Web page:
Perhaps you have realized that tomorrow is Friday the 13th, 2013!
Friggatriskaidekaphobics (people who suffer with a phobia of Friday the 13th) will certainly not miss the double 13 whammy of this date. Even those who don’t overly fear Friday the 13th, this date looms in the back of their minds. Perhaps they won’t fly on this date or drive any further than necessary or avoid eating out.
How did Friday the 13th get such a bad reputation? Well horror fans will tell you it’s because of the movie franchise, but no, there’s more to it than that. It can be nearly impossible to tell when a superstition very first come to be but there are some interesting ideas around why 13 is so feared.
Christianity had a hand in it. Judas, the betrayer of Jesus, was the 13th guest at the last supper and Christ was crucified on a Friday. According to historians Friday was already known as Hangman’s day so it wasn’t a stretch for medieval Christians to marry the two fears. There is also an obscure belief that Cain murdered Abel on a Friday the 13th, role model for Jason? Perhaps.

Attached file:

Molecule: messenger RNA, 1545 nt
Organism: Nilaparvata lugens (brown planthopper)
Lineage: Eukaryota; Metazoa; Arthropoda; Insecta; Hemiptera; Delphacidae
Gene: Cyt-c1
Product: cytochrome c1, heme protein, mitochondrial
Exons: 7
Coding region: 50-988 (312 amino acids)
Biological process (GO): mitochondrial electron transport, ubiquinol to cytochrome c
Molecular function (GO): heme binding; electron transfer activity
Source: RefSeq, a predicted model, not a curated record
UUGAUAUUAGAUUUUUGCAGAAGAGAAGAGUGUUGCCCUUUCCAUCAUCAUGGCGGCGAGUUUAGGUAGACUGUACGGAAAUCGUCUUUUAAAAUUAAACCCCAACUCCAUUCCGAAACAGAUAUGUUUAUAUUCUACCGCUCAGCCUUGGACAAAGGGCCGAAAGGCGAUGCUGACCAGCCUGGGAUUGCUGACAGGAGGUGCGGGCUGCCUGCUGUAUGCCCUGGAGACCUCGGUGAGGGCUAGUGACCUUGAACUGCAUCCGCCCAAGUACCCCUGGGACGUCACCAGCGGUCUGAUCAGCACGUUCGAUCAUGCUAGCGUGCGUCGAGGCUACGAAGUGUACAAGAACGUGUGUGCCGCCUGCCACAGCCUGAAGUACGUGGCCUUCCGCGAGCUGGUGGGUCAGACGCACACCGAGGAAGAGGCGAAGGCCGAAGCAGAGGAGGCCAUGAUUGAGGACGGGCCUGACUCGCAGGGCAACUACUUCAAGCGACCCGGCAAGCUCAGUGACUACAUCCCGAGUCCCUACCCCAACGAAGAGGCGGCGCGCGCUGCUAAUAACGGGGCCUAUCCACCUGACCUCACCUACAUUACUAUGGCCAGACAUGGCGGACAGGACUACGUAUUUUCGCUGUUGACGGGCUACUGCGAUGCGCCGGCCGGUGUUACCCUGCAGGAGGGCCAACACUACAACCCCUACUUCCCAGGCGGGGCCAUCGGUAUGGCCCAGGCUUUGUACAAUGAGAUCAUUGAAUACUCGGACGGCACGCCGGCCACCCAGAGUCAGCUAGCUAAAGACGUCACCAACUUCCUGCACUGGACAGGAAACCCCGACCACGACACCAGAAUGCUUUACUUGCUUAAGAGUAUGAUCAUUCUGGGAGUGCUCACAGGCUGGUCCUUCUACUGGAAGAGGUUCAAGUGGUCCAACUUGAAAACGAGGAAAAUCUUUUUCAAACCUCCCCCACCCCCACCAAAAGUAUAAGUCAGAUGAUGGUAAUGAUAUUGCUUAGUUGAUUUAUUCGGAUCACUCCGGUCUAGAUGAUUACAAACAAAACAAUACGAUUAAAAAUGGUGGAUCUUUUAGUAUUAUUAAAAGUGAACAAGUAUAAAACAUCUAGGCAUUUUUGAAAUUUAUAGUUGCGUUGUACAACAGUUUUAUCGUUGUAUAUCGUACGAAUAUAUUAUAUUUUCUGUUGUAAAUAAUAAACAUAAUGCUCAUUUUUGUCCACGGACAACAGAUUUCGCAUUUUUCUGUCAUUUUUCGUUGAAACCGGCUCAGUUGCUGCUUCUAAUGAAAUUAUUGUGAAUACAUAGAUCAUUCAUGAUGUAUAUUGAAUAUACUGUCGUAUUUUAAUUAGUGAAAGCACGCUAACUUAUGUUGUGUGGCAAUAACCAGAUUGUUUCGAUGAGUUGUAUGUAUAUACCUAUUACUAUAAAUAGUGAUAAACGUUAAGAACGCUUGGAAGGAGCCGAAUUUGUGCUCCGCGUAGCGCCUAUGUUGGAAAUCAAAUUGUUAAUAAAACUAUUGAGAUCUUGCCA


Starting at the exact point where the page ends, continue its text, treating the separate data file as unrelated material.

Even earlier than that there is a Norse myth about a party of 12 gods being crashed by a 13th uninvited guest, Loki. He arranged the assassination of Balder the Beautiful, god of joy and gladness, causing the whole earth to mourn. This may lend to a superstition that if 13 people sit down to dinner one of them will be die within a year, bon appétit!
We couldn’t possibly forget about witches on this day, right? Ancient Romans believed that witches gathered in groups of 12, the 13th member was the devil.
You may scoff at such superstition but it’s been estimated that hundreds of millions of dollars are lost in business on this day due to people avoiding business they would normally do. As for myself, this is the only date I ever buy lottery tickets because that’s how I roll. I have yet to win. Coincidence? Perhaps.
- Friggatriskaidekaphobia: Third of Britons change plans due to fear of Friday the 13th (mirror.co.uk)